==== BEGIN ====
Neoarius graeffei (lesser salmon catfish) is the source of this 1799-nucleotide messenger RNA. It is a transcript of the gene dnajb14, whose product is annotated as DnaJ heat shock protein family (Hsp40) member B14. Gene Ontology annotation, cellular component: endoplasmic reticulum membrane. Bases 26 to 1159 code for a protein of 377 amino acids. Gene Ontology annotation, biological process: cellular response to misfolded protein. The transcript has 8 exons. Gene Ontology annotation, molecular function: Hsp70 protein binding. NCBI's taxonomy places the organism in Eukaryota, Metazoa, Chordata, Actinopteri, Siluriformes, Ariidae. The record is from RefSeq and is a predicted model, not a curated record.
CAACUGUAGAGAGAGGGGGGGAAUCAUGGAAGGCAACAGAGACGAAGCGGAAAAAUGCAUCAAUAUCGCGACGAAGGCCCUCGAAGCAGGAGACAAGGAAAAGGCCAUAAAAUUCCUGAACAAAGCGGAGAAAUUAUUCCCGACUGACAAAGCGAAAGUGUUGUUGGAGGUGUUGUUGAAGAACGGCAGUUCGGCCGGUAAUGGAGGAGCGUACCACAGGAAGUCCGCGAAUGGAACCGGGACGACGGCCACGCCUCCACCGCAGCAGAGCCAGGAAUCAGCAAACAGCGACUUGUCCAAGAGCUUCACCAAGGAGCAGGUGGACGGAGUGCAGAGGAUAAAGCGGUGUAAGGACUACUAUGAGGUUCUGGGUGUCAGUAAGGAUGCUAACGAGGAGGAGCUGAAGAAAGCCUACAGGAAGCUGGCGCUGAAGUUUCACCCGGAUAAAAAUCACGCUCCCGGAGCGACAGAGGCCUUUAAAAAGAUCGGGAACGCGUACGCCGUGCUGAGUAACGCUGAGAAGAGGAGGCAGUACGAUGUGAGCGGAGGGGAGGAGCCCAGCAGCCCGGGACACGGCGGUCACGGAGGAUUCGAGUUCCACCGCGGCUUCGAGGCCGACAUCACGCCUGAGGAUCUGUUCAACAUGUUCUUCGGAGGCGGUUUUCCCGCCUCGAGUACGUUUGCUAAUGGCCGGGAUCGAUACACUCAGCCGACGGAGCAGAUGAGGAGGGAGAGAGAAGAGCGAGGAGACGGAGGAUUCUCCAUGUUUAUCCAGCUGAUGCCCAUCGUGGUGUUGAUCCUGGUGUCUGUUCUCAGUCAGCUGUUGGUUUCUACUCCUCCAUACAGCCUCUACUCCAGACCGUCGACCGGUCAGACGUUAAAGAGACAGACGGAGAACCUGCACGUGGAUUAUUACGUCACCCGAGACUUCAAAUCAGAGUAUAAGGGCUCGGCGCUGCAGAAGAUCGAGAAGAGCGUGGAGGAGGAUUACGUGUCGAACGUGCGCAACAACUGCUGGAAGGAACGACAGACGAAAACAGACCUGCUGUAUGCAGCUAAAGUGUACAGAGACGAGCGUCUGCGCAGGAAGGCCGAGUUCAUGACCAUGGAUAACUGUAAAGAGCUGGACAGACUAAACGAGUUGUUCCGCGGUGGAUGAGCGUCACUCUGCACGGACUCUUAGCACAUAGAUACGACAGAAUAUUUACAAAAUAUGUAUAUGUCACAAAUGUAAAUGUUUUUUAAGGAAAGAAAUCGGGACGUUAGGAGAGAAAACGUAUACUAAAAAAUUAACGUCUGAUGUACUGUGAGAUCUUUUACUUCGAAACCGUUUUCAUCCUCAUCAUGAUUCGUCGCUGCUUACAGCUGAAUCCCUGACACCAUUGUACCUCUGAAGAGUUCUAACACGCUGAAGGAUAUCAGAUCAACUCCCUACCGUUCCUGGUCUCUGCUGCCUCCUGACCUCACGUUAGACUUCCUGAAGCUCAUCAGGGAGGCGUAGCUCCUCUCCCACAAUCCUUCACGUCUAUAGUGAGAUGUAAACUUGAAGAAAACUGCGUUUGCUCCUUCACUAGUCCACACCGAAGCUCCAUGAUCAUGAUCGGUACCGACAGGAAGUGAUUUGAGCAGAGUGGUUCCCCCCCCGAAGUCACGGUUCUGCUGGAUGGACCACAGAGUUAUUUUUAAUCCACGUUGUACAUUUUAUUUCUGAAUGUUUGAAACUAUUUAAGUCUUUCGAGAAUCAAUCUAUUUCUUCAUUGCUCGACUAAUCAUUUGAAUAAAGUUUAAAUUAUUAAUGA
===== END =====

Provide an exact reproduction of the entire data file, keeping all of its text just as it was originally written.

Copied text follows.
Neoarius graeffei (lesser salmon catfish) is the source of this 1799-nucleotide messenger RNA. It is a transcript of the gene dnajb14, whose product is annotated as DnaJ heat shock protein family (Hsp40) member B14. Gene Ontology annotation, cellular component: endoplasmic reticulum membrane. Bases 26 to 1159 code for a protein of 377 amino acids. Gene Ontology annotation, biological process: cellular response to misfolded protein. The transcript has 8 exons. Gene Ontology annotation, molecular function: Hsp70 protein binding. NCBI's taxonomy places the organism in Eukaryota, Metazoa, Chordata, Actinopteri, Siluriformes, Ariidae. The record is from RefSeq and is a predicted model, not a curated record.
CAACUGUAGAGAGAGGGGGGGAAUCAUGGAAGGCAACAGAGACGAAGCGGAAAAAUGCAUCAAUAUCGCGACGAAGGCCCUCGAAGCAGGAGACAAGGAAAAGGCCAUAAAAUUCCUGAACAAAGCGGAGAAAUUAUUCCCGACUGACAAAGCGAAAGUGUUGUUGGAGGUGUUGUUGAAGAACGGCAGUUCGGCCGGUAAUGGAGGAGCGUACCACAGGAAGUCCGCGAAUGGAACCGGGACGACGGCCACGCCUCCACCGCAGCAGAGCCAGGAAUCAGCAAACAGCGACUUGUCCAAGAGCUUCACCAAGGAGCAGGUGGACGGAGUGCAGAGGAUAAAGCGGUGUAAGGACUACUAUGAGGUUCUGGGUGUCAGUAAGGAUGCUAACGAGGAGGAGCUGAAGAAAGCCUACAGGAAGCUGGCGCUGAAGUUUCACCCGGAUAAAAAUCACGCUCCCGGAGCGACAGAGGCCUUUAAAAAGAUCGGGAACGCGUACGCCGUGCUGAGUAACGCUGAGAAGAGGAGGCAGUACGAUGUGAGCGGAGGGGAGGAGCCCAGCAGCCCGGGACACGGCGGUCACGGAGGAUUCGAGUUCCACCGCGGCUUCGAGGCCGACAUCACGCCUGAGGAUCUGUUCAACAUGUUCUUCGGAGGCGGUUUUCCCGCCUCGAGUACGUUUGCUAAUGGCCGGGAUCGAUACACUCAGCCGACGGAGCAGAUGAGGAGGGAGAGAGAAGAGCGAGGAGACGGAGGAUUCUCCAUGUUUAUCCAGCUGAUGCCCAUCGUGGUGUUGAUCCUGGUGUCUGUUCUCAGUCAGCUGUUGGUUUCUACUCCUCCAUACAGCCUCUACUCCAGACCGUCGACCGGUCAGACGUUAAAGAGACAGACGGAGAACCUGCACGUGGAUUAUUACGUCACCCGAGACUUCAAAUCAGAGUAUAAGGGCUCGGCGCUGCAGAAGAUCGAGAAGAGCGUGGAGGAGGAUUACGUGUCGAACGUGCGCAACAACUGCUGGAAGGAACGACAGACGAAAACAGACCUGCUGUAUGCAGCUAAAGUGUACAGAGACGAGCGUCUGCGCAGGAAGGCCGAGUUCAUGACCAUGGAUAACUGUAAAGAGCUGGACAGACUAAACGAGUUGUUCCGCGGUGGAUGAGCGUCACUCUGCACGGACUCUUAGCACAUAGAUACGACAGAAUAUUUACAAAAUAUGUAUAUGUCACAAAUGUAAAUGUUUUUUAAGGAAAGAAAUCGGGACGUUAGGAGAGAAAACGUAUACUAAAAAAUUAACGUCUGAUGUACUGUGAGAUCUUUUACUUCGAAACCGUUUUCAUCCUCAUCAUGAUUCGUCGCUGCUUACAGCUGAAUCCCUGACACCAUUGUACCUCUGAAGAGUUCUAACACGCUGAAGGAUAUCAGAUCAACUCCCUACCGUUCCUGGUCUCUGCUGCCUCCUGACCUCACGUUAGACUUCCUGAAGCUCAUCAGGGAGGCGUAGCUCCUCUCCCACAAUCCUUCACGUCUAUAGUGAGAUGUAAACUUGAAGAAAACUGCGUUUGCUCCUUCACUAGUCCACACCGAAGCUCCAUGAUCAUGAUCGGUACCGACAGGAAGUGAUUUGAGCAGAGUGGUUCCCCCCCCGAAGUCACGGUUCUGCUGGAUGGACCACAGAGUUAUUUUUAAUCCACGUUGUACAUUUUAUUUCUGAAUGUUUGAAACUAUUUAAGUCUUUCGAGAAUCAAUCUAUUUCUUCAUUGCUCGACUAAUCAUUUGAAUAAAGUUUAAAUUAUUAAUGA